With the death of Fidel Castro in November 2016, President Obama’s recent groundbreaking trip to Cuba in March 2016, and the gradual relaxation of travel restrictions to the country, for the first time in over 60 years, Americans can realistically think about visiting Cuba for a number of reasons. But what are the important things to know and prepare for before visiting this gorgeous, historic, and Communist Caribbean island nation?
(Continued from The 10 Things You Must Know Before Traveling to Cuba)
6. Know what is a tourist scam and what isn’t a tourist scam in Cuba
Especially if this is your first time traveling to Cuba, or your Spanish skills are less than conversational, you’re likely to have a huge “sucker” tattoo written all over your American/tourist forehead. Sometimes it’s hard to figure out what is actually a scam in Cuba, and what’s actually legit.
An excellent deal on Cuban cigars sold by some local Cuban in the middle of a street or an alley? SCAM…Almost definitely they are fakes. Buying cigars from workers directly inside the factory, who are trying to make a few extra CUCs on the side? LEGIT…Each worker gets 5 cigars (a week I think) as compensation for their pretty horrible salary, and basically everybody sells them to make side money.
Getting brought to a must-see local bar or restaurant by a helpful local in the middle of Havana? SCAM…These touts are all over the streets of Havana, and get a cut/compensation for bringing in random parties, and this extra fee is often added to your bill as their commission. Plus the place will often have overpriced and lousy food and drinks. Making reservations days or weeks in advance on the phone in order to get to eat at that paladar you’ve heard so much about? LEGIT…(See Survival Tip #3 here). Also, make sure you check the bill when you get it at the end to make sure a lot of extras haven’t been added on, as sometimes happens in less reputable restaurants.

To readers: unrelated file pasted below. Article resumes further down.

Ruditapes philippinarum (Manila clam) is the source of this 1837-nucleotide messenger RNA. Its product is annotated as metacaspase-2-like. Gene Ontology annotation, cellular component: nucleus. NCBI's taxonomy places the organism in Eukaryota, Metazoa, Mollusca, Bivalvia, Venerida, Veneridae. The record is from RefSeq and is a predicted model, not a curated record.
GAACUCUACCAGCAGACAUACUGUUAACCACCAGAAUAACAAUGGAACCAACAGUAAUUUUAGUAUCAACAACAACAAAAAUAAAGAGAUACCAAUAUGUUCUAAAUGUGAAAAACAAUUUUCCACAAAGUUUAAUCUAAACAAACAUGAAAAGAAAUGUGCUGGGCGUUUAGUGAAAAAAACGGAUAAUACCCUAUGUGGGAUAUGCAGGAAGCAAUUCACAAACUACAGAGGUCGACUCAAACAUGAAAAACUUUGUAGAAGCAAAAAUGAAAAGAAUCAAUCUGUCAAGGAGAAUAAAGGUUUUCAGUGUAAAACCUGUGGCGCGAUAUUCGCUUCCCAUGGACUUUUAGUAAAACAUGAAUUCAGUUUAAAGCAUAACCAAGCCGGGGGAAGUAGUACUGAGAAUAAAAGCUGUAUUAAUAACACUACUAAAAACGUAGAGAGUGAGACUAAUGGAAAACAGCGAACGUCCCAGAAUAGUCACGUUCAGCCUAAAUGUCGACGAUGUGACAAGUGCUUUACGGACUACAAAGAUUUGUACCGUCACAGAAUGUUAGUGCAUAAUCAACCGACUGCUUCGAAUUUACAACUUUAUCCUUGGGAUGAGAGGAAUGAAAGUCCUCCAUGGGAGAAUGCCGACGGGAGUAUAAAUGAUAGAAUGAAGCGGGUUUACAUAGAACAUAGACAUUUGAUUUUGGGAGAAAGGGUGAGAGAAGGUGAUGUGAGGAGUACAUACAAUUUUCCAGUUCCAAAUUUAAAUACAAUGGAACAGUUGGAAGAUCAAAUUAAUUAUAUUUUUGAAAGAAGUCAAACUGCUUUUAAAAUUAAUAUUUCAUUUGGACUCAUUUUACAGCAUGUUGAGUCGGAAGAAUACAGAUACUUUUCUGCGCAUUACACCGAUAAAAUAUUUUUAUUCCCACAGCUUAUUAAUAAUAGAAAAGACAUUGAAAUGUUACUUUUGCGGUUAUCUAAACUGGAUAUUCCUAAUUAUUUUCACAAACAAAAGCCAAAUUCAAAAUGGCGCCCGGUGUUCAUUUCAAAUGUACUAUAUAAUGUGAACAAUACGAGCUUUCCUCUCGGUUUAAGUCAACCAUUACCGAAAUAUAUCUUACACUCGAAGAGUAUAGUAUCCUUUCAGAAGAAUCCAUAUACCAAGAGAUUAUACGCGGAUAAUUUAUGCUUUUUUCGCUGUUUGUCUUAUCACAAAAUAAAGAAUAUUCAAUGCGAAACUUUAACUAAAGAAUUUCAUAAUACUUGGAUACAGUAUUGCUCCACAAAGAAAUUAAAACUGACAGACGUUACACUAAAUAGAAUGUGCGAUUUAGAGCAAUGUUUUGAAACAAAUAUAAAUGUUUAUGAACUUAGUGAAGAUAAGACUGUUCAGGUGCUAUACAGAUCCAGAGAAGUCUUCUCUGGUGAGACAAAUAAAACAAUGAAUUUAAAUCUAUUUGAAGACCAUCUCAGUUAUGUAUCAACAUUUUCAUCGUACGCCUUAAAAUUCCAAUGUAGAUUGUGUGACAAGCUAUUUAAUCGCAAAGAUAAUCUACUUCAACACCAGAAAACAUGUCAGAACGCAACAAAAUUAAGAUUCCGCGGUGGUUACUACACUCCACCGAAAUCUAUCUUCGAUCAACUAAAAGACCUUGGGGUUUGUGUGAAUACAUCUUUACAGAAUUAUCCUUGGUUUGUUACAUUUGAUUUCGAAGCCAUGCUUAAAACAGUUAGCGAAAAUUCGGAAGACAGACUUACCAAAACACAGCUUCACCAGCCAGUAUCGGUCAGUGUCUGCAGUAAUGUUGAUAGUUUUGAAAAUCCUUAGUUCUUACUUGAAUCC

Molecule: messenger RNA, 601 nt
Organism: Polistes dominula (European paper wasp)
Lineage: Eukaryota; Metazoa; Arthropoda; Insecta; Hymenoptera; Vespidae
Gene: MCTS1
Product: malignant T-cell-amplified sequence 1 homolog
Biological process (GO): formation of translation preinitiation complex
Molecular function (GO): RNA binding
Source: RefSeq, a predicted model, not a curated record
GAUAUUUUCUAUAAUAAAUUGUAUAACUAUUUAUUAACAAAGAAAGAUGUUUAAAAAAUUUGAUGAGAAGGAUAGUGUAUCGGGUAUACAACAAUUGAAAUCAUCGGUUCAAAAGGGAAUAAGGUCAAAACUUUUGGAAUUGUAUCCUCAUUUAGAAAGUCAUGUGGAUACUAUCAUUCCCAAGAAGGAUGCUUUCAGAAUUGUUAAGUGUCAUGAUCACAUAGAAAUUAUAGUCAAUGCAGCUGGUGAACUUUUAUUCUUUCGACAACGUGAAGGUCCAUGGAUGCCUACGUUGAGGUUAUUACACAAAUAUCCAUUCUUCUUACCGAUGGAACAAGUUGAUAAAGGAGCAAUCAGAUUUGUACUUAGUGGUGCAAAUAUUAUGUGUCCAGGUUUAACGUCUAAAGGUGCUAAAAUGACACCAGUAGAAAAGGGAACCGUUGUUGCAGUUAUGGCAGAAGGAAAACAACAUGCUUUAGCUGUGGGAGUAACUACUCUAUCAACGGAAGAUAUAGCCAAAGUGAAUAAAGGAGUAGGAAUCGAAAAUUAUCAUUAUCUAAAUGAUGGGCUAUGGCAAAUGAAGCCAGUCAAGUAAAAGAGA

Finding a super friendly and romantically-inclined Cuban girl (especially in the bars/clubs/nightlife) or guy who wants you to get them into the club/restaurant, marry them, take them home to your country, etc.? Ummm…SCAM!!! #CaptainObvious. Most local Cubans can’t afford the entrance fee/cover for a lot of clubs or even the cost of drinks inside. There’s unfortunately a fair amount of Cubans who will basically offer a whirlwind Cuban romance and their body for the chance at a green card or a way out of the country. But a lot of them are essentially prostitutes/gigolos (or “jinteros” in Cuba).
Just keep your wits about you, be aware of anybody trying to offer something for way too cheap, and make sure you do whatever bargaining you can for souvenirs, art, etc….although in my experience, Cubans are not as likely to drop the price of something 40-50% with haggling, like their Moroccan or Asian counterparts. Most times they will only take one standard street price, except possibly for taxis where you can agree on a price. Cuba is in general a fairly safe country, except for minor petty crime, stealing, pickpocketing, because trust me, nobody…I mean, nobody…wants to end up in one of Castro’s prisons in Cuba!
7. Explore outside Havana if you have more than a few days in Cuba, but prep for transportation and lodging issues
Havana steals all the history, praise, and beautiful pictures in Cuba, but it’s definitely worth getting out of Havana if you have the time. It’s a fairly large country, about the size of Virginia and with about 3 million people. In general, you can see a lot or most of Havana in 3 or maybe 4 nights max, so if you go for more than a week, you should take the chance to explore outside Havana somewhere.